Beyond the price spike, Ethereum is also attracting attention from giants in finance and technology, like JPMorgan Chase, Microsoft and IBM, which have described it as a sort of Bitcoin 2.0.

The rise of the relatively new virtual currency has been helped by a battle within the Bitcoin community over how the basic Bitcoin software should develop.

The fights have slowed down Bitcoin transactions and led some people to look for alternative virtual currencies to power their businesses. Enter Ethereum.

Like Bitcoin, the Ethereum system is built on a blockchain in which every transaction is recorded publicly. The promise of such a system is that it allows the exchange of money and assets more quickly and more cheaply than relying on a long chain of middlemen.

But Ethereum has also won fans with its promise to do much more than Bitcoin. In addition to the virtual currency, the software provides a way to create online markets and programmable transactions known as smart contracts.

The system is complicated enough that even people who know it well have trouble describing it in plain English. But one application in development would let farmers put their produce up for sale directly to consumers and take payment directly from consumers. There are already dozens of functioning applications built on Ethereum, enabling new ways to manage and pay for electricity, sports bets and even Ponzi schemes.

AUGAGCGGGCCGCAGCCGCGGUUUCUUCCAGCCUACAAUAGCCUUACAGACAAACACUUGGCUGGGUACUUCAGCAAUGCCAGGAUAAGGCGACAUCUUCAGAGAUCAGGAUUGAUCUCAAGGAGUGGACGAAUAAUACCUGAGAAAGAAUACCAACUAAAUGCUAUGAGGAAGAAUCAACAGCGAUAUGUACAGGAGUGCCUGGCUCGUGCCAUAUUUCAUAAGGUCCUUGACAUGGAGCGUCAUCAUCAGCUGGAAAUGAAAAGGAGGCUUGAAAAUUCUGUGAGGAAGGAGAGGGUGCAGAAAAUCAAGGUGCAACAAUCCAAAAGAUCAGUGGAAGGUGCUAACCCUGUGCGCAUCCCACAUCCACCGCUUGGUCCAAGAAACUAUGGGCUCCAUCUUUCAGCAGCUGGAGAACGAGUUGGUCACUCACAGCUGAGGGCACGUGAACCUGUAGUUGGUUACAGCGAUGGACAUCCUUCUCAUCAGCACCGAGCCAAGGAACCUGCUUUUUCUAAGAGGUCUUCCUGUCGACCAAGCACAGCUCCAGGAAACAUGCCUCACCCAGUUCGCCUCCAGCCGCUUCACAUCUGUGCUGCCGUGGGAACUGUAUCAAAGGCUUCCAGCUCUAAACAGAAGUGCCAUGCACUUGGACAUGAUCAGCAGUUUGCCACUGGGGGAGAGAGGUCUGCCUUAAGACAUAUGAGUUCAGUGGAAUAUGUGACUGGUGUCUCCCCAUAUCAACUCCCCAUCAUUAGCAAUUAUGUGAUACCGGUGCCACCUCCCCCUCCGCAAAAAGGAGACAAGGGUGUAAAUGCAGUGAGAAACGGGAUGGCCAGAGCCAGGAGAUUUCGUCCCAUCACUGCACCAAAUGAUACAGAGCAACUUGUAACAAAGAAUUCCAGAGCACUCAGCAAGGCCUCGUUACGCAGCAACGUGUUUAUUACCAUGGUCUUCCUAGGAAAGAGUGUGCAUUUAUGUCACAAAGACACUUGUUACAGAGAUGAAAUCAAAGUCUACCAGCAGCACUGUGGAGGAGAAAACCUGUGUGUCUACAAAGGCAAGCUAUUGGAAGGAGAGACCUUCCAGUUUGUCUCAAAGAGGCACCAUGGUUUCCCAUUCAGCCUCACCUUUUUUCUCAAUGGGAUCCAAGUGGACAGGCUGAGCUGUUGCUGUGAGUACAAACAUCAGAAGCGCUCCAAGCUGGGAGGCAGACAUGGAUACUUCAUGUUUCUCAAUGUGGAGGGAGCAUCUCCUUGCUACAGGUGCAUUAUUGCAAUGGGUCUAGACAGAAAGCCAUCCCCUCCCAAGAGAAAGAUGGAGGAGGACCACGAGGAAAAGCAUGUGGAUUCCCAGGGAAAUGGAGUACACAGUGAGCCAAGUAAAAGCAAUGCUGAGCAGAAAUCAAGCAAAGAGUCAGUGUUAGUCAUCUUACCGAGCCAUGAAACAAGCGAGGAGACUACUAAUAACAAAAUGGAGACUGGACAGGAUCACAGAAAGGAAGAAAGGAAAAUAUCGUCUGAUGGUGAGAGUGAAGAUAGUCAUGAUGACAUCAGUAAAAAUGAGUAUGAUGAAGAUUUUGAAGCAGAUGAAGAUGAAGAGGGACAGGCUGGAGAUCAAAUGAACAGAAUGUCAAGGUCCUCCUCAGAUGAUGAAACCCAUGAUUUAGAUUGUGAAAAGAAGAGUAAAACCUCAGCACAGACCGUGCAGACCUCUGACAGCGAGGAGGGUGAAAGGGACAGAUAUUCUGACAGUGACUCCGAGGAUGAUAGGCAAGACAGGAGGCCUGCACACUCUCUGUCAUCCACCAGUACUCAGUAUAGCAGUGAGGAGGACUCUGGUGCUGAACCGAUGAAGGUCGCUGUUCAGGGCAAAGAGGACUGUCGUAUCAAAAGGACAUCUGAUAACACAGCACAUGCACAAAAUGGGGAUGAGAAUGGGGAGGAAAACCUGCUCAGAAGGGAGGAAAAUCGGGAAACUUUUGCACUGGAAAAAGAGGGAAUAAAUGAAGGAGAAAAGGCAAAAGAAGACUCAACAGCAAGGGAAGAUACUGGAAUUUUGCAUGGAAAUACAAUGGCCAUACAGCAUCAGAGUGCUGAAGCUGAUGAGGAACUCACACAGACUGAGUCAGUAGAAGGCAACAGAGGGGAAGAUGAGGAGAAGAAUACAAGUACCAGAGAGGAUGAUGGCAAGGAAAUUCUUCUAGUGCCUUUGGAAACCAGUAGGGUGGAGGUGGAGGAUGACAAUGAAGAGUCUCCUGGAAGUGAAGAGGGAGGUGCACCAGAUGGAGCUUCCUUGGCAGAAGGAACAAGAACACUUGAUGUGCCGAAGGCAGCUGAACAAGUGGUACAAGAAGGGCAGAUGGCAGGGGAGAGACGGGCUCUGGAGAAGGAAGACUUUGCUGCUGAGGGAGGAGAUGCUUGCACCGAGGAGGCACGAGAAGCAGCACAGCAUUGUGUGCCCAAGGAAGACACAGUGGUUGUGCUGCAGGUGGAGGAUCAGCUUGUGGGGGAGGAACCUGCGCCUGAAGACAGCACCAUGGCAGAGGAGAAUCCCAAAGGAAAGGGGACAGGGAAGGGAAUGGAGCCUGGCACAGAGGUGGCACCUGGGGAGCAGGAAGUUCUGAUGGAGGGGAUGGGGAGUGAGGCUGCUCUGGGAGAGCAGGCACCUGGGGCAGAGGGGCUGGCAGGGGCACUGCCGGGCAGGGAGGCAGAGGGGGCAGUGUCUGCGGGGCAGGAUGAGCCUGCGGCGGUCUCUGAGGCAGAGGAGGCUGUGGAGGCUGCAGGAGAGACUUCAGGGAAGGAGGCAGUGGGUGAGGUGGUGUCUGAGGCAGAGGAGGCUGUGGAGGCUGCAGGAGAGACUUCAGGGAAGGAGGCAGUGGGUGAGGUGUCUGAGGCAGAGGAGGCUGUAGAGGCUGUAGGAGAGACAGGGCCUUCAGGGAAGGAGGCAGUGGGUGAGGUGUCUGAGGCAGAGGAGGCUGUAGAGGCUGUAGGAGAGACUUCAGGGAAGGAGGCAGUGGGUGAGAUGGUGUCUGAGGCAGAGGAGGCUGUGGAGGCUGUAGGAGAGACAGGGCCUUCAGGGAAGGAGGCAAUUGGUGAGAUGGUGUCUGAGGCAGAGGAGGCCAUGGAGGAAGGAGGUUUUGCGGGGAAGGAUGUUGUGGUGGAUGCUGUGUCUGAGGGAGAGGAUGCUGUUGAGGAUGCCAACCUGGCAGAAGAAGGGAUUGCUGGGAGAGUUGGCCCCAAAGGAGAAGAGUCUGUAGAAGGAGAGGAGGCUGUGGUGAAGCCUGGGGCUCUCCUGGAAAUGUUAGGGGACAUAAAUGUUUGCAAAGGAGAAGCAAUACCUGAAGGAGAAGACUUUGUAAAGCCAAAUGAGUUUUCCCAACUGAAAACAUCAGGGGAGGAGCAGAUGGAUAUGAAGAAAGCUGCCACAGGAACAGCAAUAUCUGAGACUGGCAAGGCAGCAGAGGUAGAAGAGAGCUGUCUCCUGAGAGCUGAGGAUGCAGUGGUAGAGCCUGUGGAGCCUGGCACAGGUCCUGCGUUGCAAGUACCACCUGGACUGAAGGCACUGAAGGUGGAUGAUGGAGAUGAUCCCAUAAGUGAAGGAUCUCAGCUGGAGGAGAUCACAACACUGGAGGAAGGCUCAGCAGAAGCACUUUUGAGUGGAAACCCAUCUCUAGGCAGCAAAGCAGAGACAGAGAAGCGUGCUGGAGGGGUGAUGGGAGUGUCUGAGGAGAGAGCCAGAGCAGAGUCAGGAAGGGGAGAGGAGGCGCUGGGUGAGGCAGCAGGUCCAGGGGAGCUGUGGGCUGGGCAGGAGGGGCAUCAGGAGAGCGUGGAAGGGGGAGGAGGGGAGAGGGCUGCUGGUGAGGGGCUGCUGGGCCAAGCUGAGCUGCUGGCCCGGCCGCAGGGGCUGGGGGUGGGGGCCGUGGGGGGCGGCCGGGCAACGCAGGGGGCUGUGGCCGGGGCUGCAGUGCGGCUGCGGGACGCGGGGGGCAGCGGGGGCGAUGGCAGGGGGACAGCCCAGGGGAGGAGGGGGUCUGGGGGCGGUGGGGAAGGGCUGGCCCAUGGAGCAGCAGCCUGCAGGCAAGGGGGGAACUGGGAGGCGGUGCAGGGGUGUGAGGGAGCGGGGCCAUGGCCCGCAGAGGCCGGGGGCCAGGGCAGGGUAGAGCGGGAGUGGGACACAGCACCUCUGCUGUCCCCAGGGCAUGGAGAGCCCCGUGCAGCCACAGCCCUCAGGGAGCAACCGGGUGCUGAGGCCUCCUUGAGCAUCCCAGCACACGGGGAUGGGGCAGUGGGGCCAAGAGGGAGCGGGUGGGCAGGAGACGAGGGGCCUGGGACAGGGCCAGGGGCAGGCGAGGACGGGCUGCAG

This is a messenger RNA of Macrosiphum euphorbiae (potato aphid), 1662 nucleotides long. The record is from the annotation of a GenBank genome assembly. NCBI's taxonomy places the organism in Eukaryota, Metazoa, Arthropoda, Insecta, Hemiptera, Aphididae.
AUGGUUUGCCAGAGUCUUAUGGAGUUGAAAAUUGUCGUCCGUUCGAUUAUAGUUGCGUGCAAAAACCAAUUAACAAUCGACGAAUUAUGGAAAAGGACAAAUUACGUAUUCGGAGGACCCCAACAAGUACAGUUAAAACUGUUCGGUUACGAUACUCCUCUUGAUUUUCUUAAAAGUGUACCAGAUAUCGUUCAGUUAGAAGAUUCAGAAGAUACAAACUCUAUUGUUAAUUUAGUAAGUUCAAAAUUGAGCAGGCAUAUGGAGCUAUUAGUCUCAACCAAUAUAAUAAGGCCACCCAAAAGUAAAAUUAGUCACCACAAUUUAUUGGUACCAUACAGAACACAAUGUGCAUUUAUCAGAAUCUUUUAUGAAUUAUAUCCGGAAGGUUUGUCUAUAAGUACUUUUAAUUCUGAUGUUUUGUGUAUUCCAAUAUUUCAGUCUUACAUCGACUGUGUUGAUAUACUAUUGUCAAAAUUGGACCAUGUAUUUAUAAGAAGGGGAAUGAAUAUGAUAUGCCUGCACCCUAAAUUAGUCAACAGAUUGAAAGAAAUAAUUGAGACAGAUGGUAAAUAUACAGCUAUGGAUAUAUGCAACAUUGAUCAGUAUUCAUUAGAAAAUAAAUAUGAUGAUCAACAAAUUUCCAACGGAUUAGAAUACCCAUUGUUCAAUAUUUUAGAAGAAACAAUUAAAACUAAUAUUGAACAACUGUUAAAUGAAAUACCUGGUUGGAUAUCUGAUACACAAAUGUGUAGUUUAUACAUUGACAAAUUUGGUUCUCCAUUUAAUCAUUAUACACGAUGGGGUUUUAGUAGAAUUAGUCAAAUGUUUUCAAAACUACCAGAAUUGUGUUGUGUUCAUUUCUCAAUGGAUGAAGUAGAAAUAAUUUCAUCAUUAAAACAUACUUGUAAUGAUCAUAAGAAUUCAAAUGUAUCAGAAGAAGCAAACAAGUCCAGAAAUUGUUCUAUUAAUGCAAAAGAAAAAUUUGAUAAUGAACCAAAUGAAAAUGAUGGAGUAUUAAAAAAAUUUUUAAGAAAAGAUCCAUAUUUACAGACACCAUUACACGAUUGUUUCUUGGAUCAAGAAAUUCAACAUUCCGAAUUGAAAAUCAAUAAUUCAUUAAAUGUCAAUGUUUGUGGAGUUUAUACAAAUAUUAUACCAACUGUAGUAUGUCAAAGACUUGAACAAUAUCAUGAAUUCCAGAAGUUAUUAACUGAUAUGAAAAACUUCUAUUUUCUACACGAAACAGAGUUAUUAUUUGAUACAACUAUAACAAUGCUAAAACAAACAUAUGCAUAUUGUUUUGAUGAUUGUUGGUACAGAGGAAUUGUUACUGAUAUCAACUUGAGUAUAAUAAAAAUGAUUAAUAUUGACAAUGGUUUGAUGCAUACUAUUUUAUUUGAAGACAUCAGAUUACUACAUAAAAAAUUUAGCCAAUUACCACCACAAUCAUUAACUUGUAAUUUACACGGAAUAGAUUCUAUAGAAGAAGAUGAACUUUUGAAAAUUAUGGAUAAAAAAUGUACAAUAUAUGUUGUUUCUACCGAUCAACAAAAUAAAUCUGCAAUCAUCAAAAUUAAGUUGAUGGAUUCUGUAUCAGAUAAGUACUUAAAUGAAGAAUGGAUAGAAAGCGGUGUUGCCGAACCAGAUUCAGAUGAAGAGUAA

All of this work is still very early. The first full public version of the Ethereum software was recently released, and the system could face some of the same technical and legal problems that have tarnished Bitcoin.

Many Bitcoin advocates say Ethereum will face more security problems than Bitcoin because of the greater complexity of the software.

Learn more: Ethereum, a Virtual Currency, Enables Transactions That Rival Bitcoin’s

 

 

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Bitcoin Exchanges In India Shut Down After Regulator Warning

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via TechCrunch

Bitcoin exchanges in India are shutting down days after the country’s banking regulator warned users of virtual currency against security and financial risks associated with them.

The Reserve Bank of India (RBI) had remained silent on Bitcoin over the past few weeks, even as China started clamping down on the exchanges, sending the virtual currency into a downward spin earlier this month.

A week after India’s small but growing Bitcoin community organized its first conference, and made an appeal to the country’s banking regulators for recognizing the virtual currency, the RBI said the Bitcoin users have not obtained any regulatory approvals yet, which poses several risks to anybody associated with them. This is what the RBI said:

There have been several media reports of the usage of VCs, including Bitcoins, for illicit and illegal activities in several jurisdictions. The absence of information of counterparties in such peer-to-peer anonymous/ pseudonymous systems could subject the users to unintentional breaches of anti-money laundering and combating the financing of terrorism (AML/CFT) laws

However, the wording of the announcement from RBI leaves a question mark over the legality of not just the exchanges but also of the people who trade on them.

Read more . . .